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Aphid genome reveals its 'Achilles heel'
The genome of the aphids is revealing secrets that may lead to the development of plants that can fight back against the troublesome pest, say researchers.

Dr Owain Edwards of CSIRO Entomology in Perth and colleagues report their genome sequence of the Pea Aphid (Acrythosiphon pisum) in the current issue of PLOS Biology .

"What we're looking for is some sort of an Achilles heel that we might be able to affect in some way to be able to control aphids efficiently without using ... conventional insecticides," says Edwards.

Edwards says the major problem with sap-sucking aphids is that they spread viruses between plants.

They reproduce incredibly fast and are very clever at adapting to their environment.

For example, when it is warm, they reproduce asexually, with females giving live birth to clones of themselves.

In cold countries as winter approaches aphids switch from asexual to sexual reproduction within just two generations.

This ensures production of eggs, which can survive freezing temperatures better than live young.

Aphids can also transform in one generation from being unwinged to winged if they need to escape an ailing or overcrowded plant host, says Edwards.
Mystery of adaptation

Genetic recombination during sexual reproduction usually provides the genetic diversity necessary for adaptation to the environment.

But in relatively warm countries like Australia, aphids mainly reproduce asexually but are very clever at adapting to their environment.

Edwards says research on the aphid genome suggests the explanation for aphid's "environmental memory", lies in epigenetics.

In a companion paper in the March issue of Insect Molecular Biology, Edwards and colleagues report evidence of DNA methylation of certain genes that regulate aphid development.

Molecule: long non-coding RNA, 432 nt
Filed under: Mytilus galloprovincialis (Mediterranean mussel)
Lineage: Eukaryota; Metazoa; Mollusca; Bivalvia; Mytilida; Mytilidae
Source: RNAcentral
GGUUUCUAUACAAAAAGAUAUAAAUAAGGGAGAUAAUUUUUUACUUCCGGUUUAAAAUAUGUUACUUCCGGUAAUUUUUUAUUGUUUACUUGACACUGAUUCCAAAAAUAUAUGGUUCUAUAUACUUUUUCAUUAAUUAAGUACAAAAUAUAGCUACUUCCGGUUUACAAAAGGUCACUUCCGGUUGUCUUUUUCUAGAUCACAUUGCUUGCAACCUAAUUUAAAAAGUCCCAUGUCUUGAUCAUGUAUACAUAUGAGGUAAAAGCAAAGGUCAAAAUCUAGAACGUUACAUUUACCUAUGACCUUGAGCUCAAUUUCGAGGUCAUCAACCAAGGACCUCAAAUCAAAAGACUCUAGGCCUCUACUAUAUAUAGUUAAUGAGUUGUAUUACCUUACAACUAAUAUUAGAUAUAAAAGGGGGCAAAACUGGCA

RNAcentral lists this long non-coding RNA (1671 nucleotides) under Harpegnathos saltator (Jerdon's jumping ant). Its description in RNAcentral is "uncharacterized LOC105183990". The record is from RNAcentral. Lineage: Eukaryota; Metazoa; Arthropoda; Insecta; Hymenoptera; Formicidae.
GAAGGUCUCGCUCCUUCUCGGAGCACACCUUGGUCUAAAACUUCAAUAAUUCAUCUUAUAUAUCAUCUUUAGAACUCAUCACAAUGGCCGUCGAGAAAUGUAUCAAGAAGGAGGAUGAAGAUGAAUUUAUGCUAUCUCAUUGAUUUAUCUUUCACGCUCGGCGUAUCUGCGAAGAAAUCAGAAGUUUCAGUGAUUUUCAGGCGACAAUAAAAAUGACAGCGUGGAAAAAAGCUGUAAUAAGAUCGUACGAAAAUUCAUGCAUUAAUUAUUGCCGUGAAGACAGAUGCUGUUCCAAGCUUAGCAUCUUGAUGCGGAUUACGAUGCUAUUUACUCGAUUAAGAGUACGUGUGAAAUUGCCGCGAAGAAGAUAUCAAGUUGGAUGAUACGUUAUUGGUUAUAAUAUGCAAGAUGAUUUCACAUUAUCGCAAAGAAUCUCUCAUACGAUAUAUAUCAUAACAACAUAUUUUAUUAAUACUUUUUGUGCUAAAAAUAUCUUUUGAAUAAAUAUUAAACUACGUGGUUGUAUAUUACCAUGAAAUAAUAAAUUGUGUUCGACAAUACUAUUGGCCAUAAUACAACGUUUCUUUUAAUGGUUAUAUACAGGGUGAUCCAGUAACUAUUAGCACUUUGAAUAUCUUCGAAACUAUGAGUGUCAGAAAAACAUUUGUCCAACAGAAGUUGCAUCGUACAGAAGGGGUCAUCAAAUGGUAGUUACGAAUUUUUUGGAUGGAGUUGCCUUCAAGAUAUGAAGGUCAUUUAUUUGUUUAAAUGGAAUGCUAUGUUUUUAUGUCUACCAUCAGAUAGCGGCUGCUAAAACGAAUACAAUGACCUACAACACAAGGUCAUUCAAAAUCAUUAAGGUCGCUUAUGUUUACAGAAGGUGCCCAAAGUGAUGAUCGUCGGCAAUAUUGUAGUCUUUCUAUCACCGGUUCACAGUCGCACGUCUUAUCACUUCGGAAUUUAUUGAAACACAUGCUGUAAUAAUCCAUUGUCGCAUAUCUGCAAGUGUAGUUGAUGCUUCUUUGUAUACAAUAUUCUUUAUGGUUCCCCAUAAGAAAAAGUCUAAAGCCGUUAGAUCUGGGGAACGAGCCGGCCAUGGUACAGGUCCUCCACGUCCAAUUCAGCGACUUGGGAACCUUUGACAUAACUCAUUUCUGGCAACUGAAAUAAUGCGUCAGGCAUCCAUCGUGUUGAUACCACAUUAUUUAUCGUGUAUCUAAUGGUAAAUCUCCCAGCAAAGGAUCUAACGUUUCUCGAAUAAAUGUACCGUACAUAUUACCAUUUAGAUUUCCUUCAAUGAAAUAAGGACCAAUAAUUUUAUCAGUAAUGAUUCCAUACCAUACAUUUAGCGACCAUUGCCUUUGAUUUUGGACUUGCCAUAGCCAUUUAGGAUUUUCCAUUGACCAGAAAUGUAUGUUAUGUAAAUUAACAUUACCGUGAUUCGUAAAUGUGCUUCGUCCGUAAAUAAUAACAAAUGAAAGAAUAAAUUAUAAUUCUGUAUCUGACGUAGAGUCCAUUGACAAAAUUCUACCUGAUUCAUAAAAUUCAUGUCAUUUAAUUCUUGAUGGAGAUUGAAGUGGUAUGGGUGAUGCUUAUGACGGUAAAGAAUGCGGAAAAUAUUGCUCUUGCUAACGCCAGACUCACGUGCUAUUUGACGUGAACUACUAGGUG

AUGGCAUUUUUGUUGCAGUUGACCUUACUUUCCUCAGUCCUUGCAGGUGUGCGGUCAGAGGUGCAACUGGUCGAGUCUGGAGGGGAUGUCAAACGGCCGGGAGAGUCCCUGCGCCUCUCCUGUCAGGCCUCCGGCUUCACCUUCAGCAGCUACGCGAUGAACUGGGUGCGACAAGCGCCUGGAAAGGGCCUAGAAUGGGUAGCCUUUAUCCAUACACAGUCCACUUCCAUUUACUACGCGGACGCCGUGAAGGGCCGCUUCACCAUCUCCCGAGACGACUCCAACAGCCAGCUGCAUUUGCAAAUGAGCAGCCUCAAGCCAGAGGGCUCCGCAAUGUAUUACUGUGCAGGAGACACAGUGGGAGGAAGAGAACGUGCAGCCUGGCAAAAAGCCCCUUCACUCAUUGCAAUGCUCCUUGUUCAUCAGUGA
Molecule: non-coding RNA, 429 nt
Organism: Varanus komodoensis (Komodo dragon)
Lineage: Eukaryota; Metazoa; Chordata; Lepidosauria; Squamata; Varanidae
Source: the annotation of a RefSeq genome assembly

They found methylation of these genes differed in winged versus unwinged aphids, as well as sexual versus asexual aphids, with the same genome.

This provides evidence methylation plays an important role in aphid adaptation, says Edwards.
Pest controlling plants?

Edwards says the findings give scientists researching pest control options to explore.

Rather than killing aphids with pesticides, and pressuring them to evolve resistance, he says scientists could instead try todisrupt the normal growth of aphids using the new genetic knowledge.

"For example, if we were able to come up with a way of being able to disrupt their ability to produce wings then they would have difficulty moving from one plant to another," says Edwards.

Edwards says one idea is to develop a transgenic plant that contains a DNA sequence designed to disrupt epigenetic modifications in aphids.

For example, the DNA sequence could be designed to bind to, and silence, the aphid genes that regulate methylation.

The DNA would be transferred to the aphid as RNA when it sucks the sap of the plant.

Edwards is currently trialling this approach in test crops related to canola and legumes with an international research consortium.

He says another option would be to inhibit the proteins involved in methylation.

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